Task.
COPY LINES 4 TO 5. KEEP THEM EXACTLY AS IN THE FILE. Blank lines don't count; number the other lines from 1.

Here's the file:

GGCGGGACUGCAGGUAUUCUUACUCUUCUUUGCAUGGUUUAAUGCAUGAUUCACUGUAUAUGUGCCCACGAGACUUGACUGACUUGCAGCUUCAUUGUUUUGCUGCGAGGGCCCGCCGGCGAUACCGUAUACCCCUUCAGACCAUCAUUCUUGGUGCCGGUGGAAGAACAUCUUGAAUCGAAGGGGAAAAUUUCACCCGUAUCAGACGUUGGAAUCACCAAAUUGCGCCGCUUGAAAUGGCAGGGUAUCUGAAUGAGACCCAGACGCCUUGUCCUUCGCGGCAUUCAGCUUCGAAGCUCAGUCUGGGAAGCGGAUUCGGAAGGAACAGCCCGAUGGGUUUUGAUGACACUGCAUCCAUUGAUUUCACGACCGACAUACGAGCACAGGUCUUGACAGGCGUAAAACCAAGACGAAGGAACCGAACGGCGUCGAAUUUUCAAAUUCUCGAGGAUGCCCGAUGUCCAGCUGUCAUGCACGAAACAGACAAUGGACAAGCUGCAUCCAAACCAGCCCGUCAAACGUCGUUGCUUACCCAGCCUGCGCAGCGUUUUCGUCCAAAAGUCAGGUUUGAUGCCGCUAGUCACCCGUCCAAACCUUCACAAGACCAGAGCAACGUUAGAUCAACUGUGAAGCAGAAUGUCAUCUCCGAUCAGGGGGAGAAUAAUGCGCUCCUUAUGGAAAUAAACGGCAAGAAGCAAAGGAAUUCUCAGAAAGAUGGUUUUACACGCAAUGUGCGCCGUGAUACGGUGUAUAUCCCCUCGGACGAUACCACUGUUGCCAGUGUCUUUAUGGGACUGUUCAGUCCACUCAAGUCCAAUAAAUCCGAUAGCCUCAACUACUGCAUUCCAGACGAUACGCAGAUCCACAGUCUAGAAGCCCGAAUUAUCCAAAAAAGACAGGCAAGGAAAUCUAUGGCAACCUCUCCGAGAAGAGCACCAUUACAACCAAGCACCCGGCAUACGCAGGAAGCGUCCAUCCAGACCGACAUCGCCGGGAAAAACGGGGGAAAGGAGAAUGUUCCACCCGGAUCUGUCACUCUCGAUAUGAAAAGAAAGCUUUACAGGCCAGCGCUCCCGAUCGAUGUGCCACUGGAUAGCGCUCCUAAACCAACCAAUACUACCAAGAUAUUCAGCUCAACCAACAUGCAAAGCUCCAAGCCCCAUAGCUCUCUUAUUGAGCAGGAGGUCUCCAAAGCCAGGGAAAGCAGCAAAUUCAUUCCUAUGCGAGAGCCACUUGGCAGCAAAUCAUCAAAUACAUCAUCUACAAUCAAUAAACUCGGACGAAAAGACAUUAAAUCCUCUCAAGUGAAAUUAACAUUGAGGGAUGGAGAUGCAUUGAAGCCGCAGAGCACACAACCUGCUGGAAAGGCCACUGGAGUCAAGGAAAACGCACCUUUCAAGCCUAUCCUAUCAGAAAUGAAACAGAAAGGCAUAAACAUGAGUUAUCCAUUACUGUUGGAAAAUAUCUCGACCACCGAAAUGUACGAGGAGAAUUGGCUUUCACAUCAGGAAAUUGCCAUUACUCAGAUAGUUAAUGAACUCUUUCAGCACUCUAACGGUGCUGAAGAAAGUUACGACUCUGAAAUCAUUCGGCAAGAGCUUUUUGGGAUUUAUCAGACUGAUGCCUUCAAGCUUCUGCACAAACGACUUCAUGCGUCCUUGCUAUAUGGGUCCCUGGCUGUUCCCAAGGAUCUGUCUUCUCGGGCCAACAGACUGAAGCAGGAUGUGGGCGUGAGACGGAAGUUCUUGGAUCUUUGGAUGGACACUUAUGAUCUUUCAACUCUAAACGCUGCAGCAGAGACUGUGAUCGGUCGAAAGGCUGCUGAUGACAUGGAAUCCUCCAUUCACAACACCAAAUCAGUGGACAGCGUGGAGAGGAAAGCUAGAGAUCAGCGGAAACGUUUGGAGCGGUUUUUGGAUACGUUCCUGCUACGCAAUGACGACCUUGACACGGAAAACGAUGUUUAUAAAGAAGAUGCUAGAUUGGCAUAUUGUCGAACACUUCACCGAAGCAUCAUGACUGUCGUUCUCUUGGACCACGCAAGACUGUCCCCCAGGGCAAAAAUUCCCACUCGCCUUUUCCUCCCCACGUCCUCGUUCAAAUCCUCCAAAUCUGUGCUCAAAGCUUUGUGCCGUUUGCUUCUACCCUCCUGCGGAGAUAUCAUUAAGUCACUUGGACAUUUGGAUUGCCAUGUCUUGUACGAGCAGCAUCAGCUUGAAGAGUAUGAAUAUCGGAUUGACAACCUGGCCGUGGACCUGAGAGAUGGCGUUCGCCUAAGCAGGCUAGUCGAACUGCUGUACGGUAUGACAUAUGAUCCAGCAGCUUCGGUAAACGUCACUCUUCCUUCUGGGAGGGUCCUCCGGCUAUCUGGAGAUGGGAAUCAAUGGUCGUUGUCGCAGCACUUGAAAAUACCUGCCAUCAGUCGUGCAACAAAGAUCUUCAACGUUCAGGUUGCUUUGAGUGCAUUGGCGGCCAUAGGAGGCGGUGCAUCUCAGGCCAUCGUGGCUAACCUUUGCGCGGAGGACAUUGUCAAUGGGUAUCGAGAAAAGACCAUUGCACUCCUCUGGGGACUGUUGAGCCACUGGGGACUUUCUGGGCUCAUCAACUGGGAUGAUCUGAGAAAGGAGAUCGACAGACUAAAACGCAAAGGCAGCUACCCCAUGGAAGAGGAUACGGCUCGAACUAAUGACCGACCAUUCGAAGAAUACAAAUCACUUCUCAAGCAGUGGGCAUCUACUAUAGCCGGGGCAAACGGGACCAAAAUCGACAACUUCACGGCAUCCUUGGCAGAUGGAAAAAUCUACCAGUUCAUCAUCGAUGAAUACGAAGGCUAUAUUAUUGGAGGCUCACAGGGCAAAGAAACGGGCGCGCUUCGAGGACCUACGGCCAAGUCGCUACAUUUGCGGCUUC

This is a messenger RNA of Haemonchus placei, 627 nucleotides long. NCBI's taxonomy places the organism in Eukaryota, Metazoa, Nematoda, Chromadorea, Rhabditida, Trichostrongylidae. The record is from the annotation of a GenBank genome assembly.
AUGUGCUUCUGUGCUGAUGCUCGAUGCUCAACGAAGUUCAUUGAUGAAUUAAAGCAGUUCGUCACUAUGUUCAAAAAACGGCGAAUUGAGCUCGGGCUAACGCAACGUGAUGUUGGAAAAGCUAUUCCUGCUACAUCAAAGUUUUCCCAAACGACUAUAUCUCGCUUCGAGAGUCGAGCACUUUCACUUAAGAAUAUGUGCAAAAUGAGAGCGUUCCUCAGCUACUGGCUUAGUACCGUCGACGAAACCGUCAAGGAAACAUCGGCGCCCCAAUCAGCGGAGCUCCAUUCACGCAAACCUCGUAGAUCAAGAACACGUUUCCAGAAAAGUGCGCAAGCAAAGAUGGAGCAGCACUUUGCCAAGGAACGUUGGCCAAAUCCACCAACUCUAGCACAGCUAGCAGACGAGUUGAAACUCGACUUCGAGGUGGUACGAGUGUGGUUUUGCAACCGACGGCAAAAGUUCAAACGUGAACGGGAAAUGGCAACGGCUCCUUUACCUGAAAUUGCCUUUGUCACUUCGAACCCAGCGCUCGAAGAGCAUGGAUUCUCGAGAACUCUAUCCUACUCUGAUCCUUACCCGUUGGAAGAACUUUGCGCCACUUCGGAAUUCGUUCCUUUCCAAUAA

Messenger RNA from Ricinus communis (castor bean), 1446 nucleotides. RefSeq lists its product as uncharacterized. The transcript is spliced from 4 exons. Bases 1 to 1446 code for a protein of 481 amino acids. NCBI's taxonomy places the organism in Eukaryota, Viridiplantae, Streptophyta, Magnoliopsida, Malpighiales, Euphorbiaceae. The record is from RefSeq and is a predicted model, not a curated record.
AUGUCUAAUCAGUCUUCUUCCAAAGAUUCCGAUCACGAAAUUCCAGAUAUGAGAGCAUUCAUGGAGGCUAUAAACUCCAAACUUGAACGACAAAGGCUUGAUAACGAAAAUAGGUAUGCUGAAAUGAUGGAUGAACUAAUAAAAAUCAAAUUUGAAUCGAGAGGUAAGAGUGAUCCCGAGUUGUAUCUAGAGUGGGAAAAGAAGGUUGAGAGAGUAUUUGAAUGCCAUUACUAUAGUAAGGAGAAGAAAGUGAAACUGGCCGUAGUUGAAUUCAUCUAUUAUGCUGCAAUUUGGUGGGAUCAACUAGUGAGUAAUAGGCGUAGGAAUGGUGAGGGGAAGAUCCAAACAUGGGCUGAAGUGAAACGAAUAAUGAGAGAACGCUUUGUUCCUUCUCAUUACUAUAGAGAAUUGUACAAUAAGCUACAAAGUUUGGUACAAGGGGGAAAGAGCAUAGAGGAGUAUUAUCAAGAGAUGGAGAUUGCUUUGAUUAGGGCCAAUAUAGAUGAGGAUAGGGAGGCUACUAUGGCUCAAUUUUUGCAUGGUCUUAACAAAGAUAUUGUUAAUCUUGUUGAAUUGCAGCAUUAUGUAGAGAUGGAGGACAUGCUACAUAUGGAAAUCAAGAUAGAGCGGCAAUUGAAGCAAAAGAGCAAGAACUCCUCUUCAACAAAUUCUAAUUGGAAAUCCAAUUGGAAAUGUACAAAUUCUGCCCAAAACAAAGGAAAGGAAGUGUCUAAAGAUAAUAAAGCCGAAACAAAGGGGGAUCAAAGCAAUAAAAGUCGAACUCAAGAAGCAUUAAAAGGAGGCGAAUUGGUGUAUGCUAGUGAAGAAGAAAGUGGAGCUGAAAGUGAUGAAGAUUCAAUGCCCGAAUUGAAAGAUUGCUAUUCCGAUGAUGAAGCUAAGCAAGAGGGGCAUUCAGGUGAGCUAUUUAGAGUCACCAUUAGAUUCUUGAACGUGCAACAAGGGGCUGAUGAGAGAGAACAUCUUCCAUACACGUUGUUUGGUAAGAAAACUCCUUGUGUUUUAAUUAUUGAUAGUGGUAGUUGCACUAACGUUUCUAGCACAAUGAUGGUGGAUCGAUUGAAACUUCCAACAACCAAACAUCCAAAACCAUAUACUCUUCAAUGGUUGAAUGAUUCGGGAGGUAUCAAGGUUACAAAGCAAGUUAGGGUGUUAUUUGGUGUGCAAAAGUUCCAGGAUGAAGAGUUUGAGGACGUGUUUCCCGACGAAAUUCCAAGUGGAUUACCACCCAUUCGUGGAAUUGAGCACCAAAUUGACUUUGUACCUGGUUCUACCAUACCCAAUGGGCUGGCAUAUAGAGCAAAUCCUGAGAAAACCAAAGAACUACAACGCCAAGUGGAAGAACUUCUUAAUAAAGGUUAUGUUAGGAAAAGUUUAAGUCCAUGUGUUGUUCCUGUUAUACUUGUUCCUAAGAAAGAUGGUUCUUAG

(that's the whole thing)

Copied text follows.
Messenger RNA from Ricinus communis (castor bean), 1446 nucleotides. RefSeq lists its product as uncharacterized. The transcript is spliced from 4 exons. Bases 1 to 1446 code for a protein of 481 amino acids. NCBI's taxonomy places the organism in Eukaryota, Viridiplantae, Streptophyta, Magnoliopsida, Malpighiales, Euphorbiaceae. The record is from RefSeq and is a predicted model, not a curated record.
AUGUCUAAUCAGUCUUCUUCCAAAGAUUCCGAUCACGAAAUUCCAGAUAUGAGAGCAUUCAUGGAGGCUAUAAACUCCAAACUUGAACGACAAAGGCUUGAUAACGAAAAUAGGUAUGCUGAAAUGAUGGAUGAACUAAUAAAAAUCAAAUUUGAAUCGAGAGGUAAGAGUGAUCCCGAGUUGUAUCUAGAGUGGGAAAAGAAGGUUGAGAGAGUAUUUGAAUGCCAUUACUAUAGUAAGGAGAAGAAAGUGAAACUGGCCGUAGUUGAAUUCAUCUAUUAUGCUGCAAUUUGGUGGGAUCAACUAGUGAGUAAUAGGCGUAGGAAUGGUGAGGGGAAGAUCCAAACAUGGGCUGAAGUGAAACGAAUAAUGAGAGAACGCUUUGUUCCUUCUCAUUACUAUAGAGAAUUGUACAAUAAGCUACAAAGUUUGGUACAAGGGGGAAAGAGCAUAGAGGAGUAUUAUCAAGAGAUGGAGAUUGCUUUGAUUAGGGCCAAUAUAGAUGAGGAUAGGGAGGCUACUAUGGCUCAAUUUUUGCAUGGUCUUAACAAAGAUAUUGUUAAUCUUGUUGAAUUGCAGCAUUAUGUAGAGAUGGAGGACAUGCUACAUAUGGAAAUCAAGAUAGAGCGGCAAUUGAAGCAAAAGAGCAAGAACUCCUCUUCAACAAAUUCUAAUUGGAAAUCCAAUUGGAAAUGUACAAAUUCUGCCCAAAACAAAGGAAAGGAAGUGUCUAAAGAUAAUAAAGCCGAAACAAAGGGGGAUCAAAGCAAUAAAAGUCGAACUCAAGAAGCAUUAAAAGGAGGCGAAUUGGUGUAUGCUAGUGAAGAAGAAAGUGGAGCUGAAAGUGAUGAAGAUUCAAUGCCCGAAUUGAAAGAUUGCUAUUCCGAUGAUGAAGCUAAGCAAGAGGGGCAUUCAGGUGAGCUAUUUAGAGUCACCAUUAGAUUCUUGAACGUGCAACAAGGGGCUGAUGAGAGAGAACAUCUUCCAUACACGUUGUUUGGUAAGAAAACUCCUUGUGUUUUAAUUAUUGAUAGUGGUAGUUGCACUAACGUUUCUAGCACAAUGAUGGUGGAUCGAUUGAAACUUCCAACAACCAAACAUCCAAAACCAUAUACUCUUCAAUGGUUGAAUGAUUCGGGAGGUAUCAAGGUUACAAAGCAAGUUAGGGUGUUAUUUGGUGUGCAAAAGUUCCAGGAUGAAGAGUUUGAGGACGUGUUUCCCGACGAAAUUCCAAGUGGAUUACCACCCAUUCGUGGAAUUGAGCACCAAAUUGACUUUGUACCUGGUUCUACCAUACCCAAUGGGCUGGCAUAUAGAGCAAAUCCUGAGAAAACCAAAGAACUACAACGCCAAGUGGAAGAACUUCUUAAUAAAGGUUAUGUUAGGAAAAGUUUAAGUCCAUGUGUUGUUCCUGUUAUACUUGUUCCUAAGAAAGAUGGUUCUUAG